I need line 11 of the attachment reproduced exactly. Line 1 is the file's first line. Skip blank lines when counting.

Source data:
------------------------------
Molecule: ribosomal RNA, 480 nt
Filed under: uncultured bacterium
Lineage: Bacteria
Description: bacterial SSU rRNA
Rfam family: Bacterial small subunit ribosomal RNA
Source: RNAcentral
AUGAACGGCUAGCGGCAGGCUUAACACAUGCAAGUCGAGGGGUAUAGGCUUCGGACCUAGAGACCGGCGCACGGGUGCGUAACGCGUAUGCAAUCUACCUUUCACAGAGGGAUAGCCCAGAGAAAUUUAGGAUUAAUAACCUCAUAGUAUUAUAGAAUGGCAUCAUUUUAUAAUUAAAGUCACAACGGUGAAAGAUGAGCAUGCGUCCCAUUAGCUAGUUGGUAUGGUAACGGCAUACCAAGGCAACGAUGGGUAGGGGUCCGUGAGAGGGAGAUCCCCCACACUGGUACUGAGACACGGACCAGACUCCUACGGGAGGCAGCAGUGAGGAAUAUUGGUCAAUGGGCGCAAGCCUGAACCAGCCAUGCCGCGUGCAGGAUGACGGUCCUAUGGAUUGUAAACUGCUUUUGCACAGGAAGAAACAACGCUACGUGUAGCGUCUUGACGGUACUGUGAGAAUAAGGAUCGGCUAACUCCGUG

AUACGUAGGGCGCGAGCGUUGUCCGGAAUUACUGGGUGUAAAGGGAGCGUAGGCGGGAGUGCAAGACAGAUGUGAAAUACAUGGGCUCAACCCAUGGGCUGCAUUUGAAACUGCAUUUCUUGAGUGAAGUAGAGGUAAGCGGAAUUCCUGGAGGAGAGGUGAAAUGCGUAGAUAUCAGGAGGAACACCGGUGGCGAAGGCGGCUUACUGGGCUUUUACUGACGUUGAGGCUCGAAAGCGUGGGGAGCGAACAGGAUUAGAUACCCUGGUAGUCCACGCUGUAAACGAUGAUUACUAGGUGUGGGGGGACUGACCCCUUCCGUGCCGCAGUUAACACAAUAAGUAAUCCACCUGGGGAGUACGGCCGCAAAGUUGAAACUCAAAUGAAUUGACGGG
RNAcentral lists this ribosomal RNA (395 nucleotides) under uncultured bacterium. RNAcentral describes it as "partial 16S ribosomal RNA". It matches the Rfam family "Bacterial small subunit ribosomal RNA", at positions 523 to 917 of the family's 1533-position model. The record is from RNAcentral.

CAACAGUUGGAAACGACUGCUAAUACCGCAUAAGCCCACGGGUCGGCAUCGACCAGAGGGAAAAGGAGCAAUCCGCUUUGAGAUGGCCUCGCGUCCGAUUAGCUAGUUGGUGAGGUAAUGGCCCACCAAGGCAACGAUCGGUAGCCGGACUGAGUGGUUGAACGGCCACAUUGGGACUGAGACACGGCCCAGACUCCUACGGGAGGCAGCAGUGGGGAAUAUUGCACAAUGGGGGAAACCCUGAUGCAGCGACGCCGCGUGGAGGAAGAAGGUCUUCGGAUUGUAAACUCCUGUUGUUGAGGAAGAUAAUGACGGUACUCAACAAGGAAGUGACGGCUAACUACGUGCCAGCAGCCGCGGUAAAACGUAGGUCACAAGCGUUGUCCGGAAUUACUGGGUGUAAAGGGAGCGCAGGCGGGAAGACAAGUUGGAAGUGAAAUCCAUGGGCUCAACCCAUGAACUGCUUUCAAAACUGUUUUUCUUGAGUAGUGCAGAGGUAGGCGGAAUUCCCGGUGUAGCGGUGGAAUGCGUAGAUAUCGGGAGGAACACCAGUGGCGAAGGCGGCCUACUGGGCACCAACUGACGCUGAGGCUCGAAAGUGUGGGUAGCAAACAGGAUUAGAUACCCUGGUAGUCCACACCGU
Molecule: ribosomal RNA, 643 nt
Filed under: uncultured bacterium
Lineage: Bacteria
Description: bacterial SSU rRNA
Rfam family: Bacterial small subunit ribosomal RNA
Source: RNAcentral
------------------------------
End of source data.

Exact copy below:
Molecule: ribosomal RNA, 643 nt